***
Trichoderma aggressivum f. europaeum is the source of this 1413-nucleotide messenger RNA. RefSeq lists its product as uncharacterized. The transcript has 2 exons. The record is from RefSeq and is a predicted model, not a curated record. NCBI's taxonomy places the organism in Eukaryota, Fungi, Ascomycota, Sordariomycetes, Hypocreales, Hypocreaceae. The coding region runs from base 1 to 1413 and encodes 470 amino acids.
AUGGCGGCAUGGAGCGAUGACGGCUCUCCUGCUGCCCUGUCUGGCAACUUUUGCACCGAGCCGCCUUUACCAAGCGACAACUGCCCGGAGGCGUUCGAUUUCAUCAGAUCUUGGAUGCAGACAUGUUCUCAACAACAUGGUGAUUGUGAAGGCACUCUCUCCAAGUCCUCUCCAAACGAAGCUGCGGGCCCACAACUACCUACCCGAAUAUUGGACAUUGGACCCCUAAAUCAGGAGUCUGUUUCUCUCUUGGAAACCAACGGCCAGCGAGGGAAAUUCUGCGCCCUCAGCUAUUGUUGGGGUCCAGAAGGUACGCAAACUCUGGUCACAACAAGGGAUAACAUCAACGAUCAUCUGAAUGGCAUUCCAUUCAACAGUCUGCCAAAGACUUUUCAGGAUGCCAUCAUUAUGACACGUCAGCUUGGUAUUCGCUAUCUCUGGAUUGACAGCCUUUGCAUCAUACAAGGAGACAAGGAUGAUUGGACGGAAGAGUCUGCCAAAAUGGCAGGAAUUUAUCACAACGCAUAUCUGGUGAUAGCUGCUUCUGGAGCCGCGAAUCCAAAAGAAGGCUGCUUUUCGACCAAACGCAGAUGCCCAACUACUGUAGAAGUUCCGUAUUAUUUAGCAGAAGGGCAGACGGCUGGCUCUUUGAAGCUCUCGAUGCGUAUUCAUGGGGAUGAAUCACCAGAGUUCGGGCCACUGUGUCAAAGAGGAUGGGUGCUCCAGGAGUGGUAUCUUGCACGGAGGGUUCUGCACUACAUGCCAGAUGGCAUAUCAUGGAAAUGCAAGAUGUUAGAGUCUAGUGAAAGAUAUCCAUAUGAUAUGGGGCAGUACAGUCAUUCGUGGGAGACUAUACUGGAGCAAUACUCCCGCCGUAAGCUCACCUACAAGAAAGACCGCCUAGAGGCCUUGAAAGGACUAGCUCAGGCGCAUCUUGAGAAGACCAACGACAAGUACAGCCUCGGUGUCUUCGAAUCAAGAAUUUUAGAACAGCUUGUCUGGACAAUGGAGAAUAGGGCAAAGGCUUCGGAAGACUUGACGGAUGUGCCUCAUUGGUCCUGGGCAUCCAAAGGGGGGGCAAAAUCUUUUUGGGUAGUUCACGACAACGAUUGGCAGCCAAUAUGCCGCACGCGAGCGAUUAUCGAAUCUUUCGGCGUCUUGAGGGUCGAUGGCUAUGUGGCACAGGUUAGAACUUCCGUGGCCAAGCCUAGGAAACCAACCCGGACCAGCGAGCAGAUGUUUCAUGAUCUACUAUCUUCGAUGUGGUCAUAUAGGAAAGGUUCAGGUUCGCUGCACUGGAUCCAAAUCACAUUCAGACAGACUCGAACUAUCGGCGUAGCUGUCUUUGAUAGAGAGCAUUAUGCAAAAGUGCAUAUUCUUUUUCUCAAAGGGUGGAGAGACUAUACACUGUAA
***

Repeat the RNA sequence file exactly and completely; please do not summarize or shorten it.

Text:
Trichoderma aggressivum f. europaeum is the source of this 1413-nucleotide messenger RNA. RefSeq lists its product as uncharacterized. The transcript has 2 exons. The record is from RefSeq and is a predicted model, not a curated record. NCBI's taxonomy places the organism in Eukaryota, Fungi, Ascomycota, Sordariomycetes, Hypocreales, Hypocreaceae. The coding region runs from base 1 to 1413 and encodes 470 amino acids.
AUGGCGGCAUGGAGCGAUGACGGCUCUCCUGCUGCCCUGUCUGGCAACUUUUGCACCGAGCCGCCUUUACCAAGCGACAACUGCCCGGAGGCGUUCGAUUUCAUCAGAUCUUGGAUGCAGACAUGUUCUCAACAACAUGGUGAUUGUGAAGGCACUCUCUCCAAGUCCUCUCCAAACGAAGCUGCGGGCCCACAACUACCUACCCGAAUAUUGGACAUUGGACCCCUAAAUCAGGAGUCUGUUUCUCUCUUGGAAACCAACGGCCAGCGAGGGAAAUUCUGCGCCCUCAGCUAUUGUUGGGGUCCAGAAGGUACGCAAACUCUGGUCACAACAAGGGAUAACAUCAACGAUCAUCUGAAUGGCAUUCCAUUCAACAGUCUGCCAAAGACUUUUCAGGAUGCCAUCAUUAUGACACGUCAGCUUGGUAUUCGCUAUCUCUGGAUUGACAGCCUUUGCAUCAUACAAGGAGACAAGGAUGAUUGGACGGAAGAGUCUGCCAAAAUGGCAGGAAUUUAUCACAACGCAUAUCUGGUGAUAGCUGCUUCUGGAGCCGCGAAUCCAAAAGAAGGCUGCUUUUCGACCAAACGCAGAUGCCCAACUACUGUAGAAGUUCCGUAUUAUUUAGCAGAAGGGCAGACGGCUGGCUCUUUGAAGCUCUCGAUGCGUAUUCAUGGGGAUGAAUCACCAGAGUUCGGGCCACUGUGUCAAAGAGGAUGGGUGCUCCAGGAGUGGUAUCUUGCACGGAGGGUUCUGCACUACAUGCCAGAUGGCAUAUCAUGGAAAUGCAAGAUGUUAGAGUCUAGUGAAAGAUAUCCAUAUGAUAUGGGGCAGUACAGUCAUUCGUGGGAGACUAUACUGGAGCAAUACUCCCGCCGUAAGCUCACCUACAAGAAAGACCGCCUAGAGGCCUUGAAAGGACUAGCUCAGGCGCAUCUUGAGAAGACCAACGACAAGUACAGCCUCGGUGUCUUCGAAUCAAGAAUUUUAGAACAGCUUGUCUGGACAAUGGAGAAUAGGGCAAAGGCUUCGGAAGACUUGACGGAUGUGCCUCAUUGGUCCUGGGCAUCCAAAGGGGGGGCAAAAUCUUUUUGGGUAGUUCACGACAACGAUUGGCAGCCAAUAUGCCGCACGCGAGCGAUUAUCGAAUCUUUCGGCGUCUUGAGGGUCGAUGGCUAUGUGGCACAGGUUAGAACUUCCGUGGCCAAGCCUAGGAAACCAACCCGGACCAGCGAGCAGAUGUUUCAUGAUCUACUAUCUUCGAUGUGGUCAUAUAGGAAAGGUUCAGGUUCGCUGCACUGGAUCCAAAUCACAUUCAGACAGACUCGAACUAUCGGCGUAGCUGUCUUUGAUAGAGAGCAUUAUGCAAAAGUGCAUAUUCUUUUUCUCAAAGGGUGGAGAGACUAUACACUGUAA